Trust me people. Now that summer is here and there’s nothing to watch, Get Firefly and Serenity on DVD. You’ll watch them more than once – GUARANTEE IT!

    • atcdave says:

      And people won’t regret spending a few bucks. The DVDs (both series and movie) can be found cheap since they’ve been out for quite a while in several different issues. If money isn’t a big issue to you get the Blu-Ray (at least of Serenity), this show looks outstanding!

  3. Dave2 says:

    It seems that most fans of Firefly discovered it after it had already been canceled, myself among them. I found the mashup of future-tech and old west to be inventive, to say the least. “Chuck” owes a lot to Joss Whedon, aside from Adam Baldwin. Whedon’s approach to dialog, for instance, is being copied all over the dial (From Sarah’s “Thank you for saving me, I appreciated the tank.” to Castle’s “Who was murdered and was it gruesome?”) But what is most interesting is the layers of complexity of all the characters, from Mal to River. It’s not enough simply to have a compelling story, we have compelling characters, of whom we want to know more about.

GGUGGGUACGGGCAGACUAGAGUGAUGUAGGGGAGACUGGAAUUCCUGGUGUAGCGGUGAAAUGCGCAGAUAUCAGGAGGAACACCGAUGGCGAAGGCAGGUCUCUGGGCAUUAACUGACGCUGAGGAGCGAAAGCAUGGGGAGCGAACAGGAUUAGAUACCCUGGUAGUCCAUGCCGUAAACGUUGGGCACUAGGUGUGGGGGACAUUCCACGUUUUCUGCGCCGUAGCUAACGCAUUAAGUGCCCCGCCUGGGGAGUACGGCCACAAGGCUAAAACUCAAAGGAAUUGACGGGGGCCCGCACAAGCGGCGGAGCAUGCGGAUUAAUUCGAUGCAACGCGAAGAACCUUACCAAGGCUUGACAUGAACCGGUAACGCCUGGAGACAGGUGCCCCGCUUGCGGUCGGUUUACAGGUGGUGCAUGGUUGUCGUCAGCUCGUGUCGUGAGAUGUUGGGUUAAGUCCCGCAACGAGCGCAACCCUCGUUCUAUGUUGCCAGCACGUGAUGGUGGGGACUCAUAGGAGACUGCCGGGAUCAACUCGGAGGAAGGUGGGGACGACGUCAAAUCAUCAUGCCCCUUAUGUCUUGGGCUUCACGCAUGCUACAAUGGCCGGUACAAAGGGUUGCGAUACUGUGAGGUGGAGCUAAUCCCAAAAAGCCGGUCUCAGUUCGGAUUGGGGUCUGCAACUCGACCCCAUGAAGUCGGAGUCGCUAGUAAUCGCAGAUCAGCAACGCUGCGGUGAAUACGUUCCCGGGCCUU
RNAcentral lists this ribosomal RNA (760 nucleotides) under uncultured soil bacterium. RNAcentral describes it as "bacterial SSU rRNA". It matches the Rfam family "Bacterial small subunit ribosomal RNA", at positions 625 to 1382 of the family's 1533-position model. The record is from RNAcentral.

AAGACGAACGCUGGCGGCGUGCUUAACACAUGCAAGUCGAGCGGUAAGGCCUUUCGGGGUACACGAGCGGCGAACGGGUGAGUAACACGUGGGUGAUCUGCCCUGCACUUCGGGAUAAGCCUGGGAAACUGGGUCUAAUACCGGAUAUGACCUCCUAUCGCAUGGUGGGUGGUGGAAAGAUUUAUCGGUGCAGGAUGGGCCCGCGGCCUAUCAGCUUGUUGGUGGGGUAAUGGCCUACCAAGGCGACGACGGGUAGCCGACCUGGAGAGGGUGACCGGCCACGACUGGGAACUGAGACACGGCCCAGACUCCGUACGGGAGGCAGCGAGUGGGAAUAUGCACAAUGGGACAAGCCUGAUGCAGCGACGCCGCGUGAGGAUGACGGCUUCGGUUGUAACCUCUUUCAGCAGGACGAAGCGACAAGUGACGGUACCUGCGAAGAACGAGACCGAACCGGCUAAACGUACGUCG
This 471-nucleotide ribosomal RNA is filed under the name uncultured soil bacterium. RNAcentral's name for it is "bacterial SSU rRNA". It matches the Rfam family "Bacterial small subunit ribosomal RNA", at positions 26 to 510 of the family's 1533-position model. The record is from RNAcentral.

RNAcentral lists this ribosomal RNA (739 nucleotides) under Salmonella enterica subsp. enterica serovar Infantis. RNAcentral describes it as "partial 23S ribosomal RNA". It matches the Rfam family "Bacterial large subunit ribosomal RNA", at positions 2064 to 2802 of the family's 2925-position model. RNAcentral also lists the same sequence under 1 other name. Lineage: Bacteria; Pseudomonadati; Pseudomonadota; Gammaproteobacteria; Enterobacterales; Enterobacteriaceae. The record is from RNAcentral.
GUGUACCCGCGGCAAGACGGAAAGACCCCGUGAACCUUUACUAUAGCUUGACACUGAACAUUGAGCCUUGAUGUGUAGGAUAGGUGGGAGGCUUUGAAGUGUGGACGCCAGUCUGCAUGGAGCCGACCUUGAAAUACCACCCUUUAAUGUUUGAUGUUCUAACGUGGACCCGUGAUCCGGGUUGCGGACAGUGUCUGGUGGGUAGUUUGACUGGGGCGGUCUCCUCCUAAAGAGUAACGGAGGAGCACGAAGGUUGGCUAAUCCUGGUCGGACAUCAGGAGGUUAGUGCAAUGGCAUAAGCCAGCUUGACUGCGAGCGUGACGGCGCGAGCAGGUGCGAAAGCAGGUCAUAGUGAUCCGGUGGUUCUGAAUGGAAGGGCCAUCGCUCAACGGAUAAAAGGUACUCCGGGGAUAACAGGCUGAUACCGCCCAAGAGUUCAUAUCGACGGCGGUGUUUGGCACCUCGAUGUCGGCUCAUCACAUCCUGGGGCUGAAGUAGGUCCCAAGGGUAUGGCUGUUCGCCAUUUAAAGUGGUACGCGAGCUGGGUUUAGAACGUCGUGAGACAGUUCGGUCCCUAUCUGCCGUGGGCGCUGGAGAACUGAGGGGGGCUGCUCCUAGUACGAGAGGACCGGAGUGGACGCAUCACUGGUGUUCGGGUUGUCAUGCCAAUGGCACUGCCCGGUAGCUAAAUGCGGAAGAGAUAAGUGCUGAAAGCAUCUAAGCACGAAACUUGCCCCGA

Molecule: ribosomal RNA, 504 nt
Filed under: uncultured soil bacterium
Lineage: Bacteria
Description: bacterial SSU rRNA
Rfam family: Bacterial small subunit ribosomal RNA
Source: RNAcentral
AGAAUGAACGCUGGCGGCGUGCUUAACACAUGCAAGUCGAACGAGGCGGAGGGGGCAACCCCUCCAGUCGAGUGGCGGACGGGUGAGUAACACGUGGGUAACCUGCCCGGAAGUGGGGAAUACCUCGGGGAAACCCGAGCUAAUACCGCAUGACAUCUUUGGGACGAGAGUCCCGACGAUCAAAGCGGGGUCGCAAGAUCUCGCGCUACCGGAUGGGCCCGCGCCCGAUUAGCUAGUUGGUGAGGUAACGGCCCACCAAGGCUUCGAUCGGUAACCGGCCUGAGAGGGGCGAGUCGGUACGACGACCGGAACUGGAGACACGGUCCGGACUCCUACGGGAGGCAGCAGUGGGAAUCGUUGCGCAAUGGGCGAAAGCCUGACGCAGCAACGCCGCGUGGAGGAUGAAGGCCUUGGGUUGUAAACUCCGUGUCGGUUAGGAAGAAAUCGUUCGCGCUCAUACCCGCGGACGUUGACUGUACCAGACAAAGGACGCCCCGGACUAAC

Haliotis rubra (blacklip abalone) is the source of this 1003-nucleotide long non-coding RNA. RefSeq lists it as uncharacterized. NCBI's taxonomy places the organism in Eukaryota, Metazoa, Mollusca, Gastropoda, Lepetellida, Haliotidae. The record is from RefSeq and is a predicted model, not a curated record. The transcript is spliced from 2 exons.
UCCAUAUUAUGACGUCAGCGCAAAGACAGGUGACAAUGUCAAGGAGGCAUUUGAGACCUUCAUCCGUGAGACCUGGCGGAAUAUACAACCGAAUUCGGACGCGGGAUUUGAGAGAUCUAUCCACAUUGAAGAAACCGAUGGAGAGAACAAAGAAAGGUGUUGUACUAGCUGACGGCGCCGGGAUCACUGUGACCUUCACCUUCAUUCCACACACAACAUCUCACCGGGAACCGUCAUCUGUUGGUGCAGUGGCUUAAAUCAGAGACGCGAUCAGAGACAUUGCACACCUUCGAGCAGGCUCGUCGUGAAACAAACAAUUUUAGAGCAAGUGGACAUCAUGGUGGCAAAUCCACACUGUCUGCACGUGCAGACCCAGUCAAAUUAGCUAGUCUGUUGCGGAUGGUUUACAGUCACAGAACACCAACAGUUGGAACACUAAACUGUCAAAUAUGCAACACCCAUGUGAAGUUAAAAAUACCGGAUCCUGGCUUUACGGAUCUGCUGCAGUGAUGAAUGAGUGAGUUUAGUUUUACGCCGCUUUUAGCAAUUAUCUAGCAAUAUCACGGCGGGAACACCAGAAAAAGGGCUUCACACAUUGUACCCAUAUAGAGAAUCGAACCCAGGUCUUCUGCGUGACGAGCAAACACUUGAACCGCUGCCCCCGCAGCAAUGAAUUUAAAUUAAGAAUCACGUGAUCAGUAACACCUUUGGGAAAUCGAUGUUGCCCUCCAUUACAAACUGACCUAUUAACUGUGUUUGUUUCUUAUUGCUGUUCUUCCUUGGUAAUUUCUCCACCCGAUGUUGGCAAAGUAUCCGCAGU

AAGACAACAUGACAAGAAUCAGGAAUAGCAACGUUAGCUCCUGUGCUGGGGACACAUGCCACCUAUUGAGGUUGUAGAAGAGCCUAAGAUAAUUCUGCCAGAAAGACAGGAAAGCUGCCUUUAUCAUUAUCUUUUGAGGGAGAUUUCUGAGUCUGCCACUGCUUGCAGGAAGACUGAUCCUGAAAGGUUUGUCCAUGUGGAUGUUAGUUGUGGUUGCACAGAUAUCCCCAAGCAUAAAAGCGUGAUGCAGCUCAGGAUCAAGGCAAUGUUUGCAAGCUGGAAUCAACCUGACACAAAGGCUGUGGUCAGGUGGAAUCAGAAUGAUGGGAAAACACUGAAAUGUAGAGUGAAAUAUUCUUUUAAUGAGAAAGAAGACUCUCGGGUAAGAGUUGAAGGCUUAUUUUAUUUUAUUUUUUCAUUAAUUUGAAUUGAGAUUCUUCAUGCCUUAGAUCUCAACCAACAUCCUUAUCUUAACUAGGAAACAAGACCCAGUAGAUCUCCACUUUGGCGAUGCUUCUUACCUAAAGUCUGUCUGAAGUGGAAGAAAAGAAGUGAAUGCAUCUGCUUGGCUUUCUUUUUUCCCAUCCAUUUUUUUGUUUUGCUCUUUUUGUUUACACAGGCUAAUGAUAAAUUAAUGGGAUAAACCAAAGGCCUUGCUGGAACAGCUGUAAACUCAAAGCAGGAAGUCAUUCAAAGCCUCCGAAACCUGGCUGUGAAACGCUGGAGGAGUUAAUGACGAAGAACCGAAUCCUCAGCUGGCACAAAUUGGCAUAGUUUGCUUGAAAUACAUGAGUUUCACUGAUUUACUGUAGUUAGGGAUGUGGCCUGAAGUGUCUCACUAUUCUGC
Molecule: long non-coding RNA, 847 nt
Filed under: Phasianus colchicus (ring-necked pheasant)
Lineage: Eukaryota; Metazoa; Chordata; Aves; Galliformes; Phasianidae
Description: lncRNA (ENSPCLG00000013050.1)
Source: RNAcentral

Chuck has the same kind of feeling. We want to know more about these people. Even Jeffster.

    • joe says:

      Dave, I agree with the sentiment, but I have to point out that Gene Roddenberry was famously quoted as having said that he promoted Star Trek as “Wagon Train to the Stars”.

      Oh gee – I forget. There are people here too young to have seen Wagon Train! I remember it for being one of my grandfather’s favorites. Sheesh.

      The idea of Sci-Fi westerns really goes back a long way.

      You pointed out something I meant to, but didn’t! Whedon’s dialog is amazing. When Jayne says “We’re humped,” you know exactly what he means, as does Casey. It’s incredibly inventive.

      • atcdave says: